- The RBA has a target band for inflation of between 2.0% and 3.0% throughout the cycle so the June read for inflation was at the top of the target band.
- Although inflation was at the upper end of the band, most of this inflation was over the first two quarters of the year, with quarterly inflation recorded at just 0.6% in March 2014 and 0.5% in June 2014.
- The RBA looks at headline inflation, however they pay closer attention to the two measures of underlying inflation; the trimmed mean and weighted median.
These two measures of underlying inflation were recorded at 2.9% and 2.7% respectively. Much like the headline figure, the rate of inflation has slowed over the most recent two quarters.
- The latest Statement on Monetary Policy issued by the Reserve Bank, showed a lowering of their inflation forecasts from 2.75% to 2.5% for the 2014 calendar year.
Housing costs are growing at a rate which is faster than headline inflation
- Housing is a component of the bundle of goods used to measure inflation and it actually has the greatest weighting which reflects the fact that, for most people, costs relating to housing are what they spend the greatest slice of their income on.
- The inflation data does not measure escalation in the cost of existing homes, rather it only measures purchases of new homes by owner occupiers.
- Over the 12 months to June 2014, housing costs have increased by 3.9% compared to headline inflation which was recorded at 3.0%.
- The data indicates that the largest increases are being experienced across those essential household goods which are billed each quarter such as electricity, utilities, water and sewerage and gas.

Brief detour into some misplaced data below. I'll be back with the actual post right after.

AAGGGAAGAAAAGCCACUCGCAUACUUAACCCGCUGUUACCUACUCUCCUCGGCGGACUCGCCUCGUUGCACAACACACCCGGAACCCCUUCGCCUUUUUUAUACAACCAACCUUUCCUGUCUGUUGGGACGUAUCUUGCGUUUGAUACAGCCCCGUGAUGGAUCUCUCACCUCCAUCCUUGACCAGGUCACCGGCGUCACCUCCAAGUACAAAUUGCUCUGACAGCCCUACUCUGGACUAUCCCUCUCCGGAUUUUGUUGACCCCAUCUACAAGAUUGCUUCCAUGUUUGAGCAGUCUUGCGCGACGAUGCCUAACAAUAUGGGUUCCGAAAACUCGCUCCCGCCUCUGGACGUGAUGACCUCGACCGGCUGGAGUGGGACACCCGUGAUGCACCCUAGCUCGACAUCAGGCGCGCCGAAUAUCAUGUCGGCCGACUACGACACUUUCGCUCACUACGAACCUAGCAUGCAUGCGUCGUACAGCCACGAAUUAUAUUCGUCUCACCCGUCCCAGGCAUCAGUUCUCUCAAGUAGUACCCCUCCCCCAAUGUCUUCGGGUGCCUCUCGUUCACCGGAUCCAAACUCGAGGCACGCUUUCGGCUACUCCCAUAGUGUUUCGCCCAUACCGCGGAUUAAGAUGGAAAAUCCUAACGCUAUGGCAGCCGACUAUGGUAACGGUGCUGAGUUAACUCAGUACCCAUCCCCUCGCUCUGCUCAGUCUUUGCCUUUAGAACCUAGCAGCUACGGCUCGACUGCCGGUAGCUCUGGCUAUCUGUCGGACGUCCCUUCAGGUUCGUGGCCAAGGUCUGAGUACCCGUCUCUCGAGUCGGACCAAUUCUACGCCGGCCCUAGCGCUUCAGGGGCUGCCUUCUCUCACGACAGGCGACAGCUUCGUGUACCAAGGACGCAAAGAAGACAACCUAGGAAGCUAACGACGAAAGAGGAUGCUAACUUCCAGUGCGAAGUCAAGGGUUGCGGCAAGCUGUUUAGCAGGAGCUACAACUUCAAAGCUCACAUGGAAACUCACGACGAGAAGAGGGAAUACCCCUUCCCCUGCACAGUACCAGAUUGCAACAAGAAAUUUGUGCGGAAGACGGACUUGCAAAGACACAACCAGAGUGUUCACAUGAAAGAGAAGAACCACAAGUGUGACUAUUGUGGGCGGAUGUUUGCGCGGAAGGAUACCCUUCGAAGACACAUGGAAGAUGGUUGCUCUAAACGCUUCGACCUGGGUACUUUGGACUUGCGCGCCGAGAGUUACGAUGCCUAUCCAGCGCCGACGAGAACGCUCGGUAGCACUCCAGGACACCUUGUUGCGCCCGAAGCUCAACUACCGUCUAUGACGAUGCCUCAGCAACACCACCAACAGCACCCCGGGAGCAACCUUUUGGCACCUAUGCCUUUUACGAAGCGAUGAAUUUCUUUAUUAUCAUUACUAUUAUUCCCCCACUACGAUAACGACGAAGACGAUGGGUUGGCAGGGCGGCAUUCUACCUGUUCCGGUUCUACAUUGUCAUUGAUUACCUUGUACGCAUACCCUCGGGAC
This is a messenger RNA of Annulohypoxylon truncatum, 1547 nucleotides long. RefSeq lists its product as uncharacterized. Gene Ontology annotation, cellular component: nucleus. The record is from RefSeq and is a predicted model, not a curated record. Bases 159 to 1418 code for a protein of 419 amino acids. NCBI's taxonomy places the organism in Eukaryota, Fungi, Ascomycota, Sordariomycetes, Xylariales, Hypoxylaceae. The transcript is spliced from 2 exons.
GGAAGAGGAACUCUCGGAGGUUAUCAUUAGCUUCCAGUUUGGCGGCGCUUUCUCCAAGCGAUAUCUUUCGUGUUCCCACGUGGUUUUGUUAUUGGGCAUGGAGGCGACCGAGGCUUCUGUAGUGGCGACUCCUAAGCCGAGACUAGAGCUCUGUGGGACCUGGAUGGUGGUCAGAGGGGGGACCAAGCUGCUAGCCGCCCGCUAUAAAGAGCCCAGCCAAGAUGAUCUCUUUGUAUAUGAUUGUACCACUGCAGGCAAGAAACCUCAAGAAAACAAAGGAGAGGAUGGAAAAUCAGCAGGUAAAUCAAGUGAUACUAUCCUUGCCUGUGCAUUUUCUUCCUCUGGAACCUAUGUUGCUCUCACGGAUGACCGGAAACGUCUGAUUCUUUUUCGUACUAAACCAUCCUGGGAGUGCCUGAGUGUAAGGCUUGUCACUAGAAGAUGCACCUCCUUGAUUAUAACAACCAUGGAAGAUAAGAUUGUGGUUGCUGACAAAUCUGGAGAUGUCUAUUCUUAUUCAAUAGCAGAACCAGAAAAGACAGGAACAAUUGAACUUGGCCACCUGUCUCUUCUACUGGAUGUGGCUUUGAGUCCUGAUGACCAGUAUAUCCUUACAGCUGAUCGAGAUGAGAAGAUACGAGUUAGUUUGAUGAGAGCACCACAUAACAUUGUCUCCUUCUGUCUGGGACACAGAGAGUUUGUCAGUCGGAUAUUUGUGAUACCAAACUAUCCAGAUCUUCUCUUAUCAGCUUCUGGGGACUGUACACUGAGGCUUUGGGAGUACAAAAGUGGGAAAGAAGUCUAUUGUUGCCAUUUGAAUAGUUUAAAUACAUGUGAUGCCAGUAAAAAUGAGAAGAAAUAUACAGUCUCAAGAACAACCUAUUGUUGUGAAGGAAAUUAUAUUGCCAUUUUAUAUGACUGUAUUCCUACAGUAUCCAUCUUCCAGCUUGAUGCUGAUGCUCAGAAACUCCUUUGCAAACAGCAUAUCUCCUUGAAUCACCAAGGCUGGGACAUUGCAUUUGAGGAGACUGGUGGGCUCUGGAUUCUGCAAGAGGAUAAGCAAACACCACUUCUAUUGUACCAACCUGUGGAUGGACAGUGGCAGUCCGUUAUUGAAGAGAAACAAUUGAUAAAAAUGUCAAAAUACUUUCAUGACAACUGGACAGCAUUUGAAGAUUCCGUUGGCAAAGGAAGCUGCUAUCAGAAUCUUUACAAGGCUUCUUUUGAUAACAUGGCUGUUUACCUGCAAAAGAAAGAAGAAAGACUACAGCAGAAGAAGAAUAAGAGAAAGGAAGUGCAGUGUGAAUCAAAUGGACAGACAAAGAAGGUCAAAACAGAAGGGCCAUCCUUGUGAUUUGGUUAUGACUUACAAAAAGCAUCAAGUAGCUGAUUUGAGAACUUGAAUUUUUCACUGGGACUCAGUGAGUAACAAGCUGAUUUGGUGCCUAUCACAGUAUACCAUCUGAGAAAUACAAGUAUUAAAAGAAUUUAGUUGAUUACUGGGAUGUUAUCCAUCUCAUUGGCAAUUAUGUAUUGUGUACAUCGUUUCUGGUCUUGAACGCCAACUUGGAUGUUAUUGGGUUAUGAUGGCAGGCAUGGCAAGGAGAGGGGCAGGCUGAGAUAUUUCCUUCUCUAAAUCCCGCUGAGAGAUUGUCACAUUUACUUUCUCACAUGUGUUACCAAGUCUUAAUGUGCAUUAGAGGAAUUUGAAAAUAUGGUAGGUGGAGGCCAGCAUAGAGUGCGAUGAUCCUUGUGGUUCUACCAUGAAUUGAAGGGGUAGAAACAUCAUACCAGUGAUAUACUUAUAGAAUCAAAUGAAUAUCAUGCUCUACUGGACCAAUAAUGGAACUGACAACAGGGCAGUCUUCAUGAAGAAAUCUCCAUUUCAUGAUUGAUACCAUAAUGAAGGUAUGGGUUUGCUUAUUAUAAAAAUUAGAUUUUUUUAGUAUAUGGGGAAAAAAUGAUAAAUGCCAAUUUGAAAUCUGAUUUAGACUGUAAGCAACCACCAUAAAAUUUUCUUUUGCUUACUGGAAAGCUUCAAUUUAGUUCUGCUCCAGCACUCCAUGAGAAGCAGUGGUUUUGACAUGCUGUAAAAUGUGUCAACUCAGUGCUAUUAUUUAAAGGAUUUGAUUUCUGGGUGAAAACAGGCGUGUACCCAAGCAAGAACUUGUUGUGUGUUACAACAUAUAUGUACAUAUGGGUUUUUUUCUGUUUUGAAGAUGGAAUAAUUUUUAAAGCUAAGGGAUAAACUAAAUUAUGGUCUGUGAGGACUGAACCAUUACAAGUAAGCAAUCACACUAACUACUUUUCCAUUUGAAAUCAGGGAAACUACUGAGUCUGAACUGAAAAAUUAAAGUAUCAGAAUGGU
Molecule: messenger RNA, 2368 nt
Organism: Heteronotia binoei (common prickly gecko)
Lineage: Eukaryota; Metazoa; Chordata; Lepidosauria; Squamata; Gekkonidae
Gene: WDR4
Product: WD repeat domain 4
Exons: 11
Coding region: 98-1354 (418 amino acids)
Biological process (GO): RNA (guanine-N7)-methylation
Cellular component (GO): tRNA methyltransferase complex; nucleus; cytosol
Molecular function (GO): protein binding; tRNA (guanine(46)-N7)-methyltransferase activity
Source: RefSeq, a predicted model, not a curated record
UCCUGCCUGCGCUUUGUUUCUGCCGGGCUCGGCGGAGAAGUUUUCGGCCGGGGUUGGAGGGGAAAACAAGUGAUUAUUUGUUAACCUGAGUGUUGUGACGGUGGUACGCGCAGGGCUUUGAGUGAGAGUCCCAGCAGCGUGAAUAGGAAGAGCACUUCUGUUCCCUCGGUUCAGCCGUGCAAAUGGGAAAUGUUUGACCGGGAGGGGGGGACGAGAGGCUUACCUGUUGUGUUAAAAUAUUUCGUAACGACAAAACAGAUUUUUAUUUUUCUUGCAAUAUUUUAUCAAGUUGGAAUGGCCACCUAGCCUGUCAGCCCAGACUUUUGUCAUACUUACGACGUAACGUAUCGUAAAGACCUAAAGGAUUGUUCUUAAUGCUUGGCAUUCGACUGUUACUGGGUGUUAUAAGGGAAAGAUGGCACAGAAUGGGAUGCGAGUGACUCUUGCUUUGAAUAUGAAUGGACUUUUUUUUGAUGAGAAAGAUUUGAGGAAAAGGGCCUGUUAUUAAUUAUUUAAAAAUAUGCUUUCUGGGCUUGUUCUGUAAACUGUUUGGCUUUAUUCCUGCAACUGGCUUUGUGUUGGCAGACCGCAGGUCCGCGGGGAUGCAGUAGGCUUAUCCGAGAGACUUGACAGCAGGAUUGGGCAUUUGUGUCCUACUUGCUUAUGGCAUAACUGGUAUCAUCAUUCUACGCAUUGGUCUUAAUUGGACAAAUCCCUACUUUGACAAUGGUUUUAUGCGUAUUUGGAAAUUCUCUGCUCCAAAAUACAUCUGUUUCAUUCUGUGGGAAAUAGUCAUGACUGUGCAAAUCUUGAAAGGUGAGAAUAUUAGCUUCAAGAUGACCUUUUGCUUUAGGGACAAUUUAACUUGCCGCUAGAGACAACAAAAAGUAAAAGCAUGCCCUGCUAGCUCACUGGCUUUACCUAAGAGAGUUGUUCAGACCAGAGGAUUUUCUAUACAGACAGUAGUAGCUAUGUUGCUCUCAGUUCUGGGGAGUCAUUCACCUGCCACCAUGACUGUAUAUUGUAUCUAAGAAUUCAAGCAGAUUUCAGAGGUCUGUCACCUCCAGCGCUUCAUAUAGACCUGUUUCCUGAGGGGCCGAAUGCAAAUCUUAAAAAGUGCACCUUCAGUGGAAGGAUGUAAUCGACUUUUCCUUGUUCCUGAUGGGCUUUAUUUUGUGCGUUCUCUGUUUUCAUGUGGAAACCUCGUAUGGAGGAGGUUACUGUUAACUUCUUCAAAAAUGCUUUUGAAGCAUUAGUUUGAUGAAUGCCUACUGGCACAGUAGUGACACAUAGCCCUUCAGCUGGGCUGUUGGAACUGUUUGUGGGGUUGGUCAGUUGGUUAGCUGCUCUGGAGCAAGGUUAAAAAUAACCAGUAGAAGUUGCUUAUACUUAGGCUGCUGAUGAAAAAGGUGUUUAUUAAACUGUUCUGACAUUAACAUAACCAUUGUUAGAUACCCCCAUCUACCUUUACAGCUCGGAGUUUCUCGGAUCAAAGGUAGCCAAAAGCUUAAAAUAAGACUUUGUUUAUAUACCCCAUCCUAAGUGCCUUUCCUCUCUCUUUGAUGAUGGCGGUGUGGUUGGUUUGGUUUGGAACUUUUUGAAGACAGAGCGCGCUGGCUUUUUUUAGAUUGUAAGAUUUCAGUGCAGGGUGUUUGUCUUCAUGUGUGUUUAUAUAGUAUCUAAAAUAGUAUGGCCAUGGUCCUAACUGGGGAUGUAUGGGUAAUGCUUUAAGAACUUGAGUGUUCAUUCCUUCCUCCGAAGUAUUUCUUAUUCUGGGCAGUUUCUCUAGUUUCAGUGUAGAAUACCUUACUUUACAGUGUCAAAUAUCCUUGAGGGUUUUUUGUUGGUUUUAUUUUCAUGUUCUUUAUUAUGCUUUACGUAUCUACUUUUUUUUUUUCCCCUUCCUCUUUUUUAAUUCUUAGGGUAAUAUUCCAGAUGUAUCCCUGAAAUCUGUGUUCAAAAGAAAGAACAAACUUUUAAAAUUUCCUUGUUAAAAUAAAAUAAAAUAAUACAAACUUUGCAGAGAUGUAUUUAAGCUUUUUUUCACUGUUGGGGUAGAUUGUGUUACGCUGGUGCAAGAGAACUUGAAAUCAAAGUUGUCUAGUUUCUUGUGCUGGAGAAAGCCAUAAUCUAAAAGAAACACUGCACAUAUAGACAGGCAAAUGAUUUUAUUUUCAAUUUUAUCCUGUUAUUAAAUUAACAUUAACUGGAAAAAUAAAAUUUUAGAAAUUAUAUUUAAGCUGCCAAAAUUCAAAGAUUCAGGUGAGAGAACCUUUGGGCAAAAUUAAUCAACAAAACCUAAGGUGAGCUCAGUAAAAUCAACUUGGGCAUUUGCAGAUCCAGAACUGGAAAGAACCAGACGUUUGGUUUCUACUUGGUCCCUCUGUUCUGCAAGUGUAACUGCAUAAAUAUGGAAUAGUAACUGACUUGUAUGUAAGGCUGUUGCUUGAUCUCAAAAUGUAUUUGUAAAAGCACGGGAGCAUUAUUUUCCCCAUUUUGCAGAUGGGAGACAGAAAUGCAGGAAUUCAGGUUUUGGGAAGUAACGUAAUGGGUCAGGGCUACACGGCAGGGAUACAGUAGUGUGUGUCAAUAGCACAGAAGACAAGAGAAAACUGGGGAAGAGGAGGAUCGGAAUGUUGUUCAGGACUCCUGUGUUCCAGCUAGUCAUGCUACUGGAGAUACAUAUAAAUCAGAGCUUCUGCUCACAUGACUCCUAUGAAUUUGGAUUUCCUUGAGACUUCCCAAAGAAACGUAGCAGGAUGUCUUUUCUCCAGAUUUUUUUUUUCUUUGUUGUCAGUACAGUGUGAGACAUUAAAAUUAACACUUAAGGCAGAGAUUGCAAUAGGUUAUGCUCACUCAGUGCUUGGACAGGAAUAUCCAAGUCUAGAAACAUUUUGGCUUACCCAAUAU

The Australian Economy continues to grow
- Gross Domestic Product (GDP) data from the ABS to March 2014 shows that the Australian economy grew by 3.5% over the 12 months. The 3.5% growth rate was the greatest increase since June 2012.
- The growth in economic activity over the year was driven by a 1.9% increase in government consumption, a 2.8% increase in household consumption and a 10.4% increase in exports of goods and services.
- More regular indicators of government and household consumption suggest that both will slow over the coming quarters which will likely result in a lower level of economic growth.
- Although headline economic growth was solid over the year, on a per capita basis economic growth was recorded at a much lower 1.7%.
This result indicates that the strong rate of population growth recently is also significantly contributing to economic growth.
- With population growth having recently slowed, it will also likely impact on economic growth over coming quarters.
- While GDP is likely to slow over the coming quarters as spending and population growth slows, the economy is likely to continue to expand. As a result Australia looks set to complete 23 years without a recession.
Watch out for tomorrow’s blog where I cover other statistics including interest rates, unemployment levels, inflation, housing costs and more.
If your missed yesterday’s 1st part of this 4 part series – our Spring 2014 Economic Overview – click here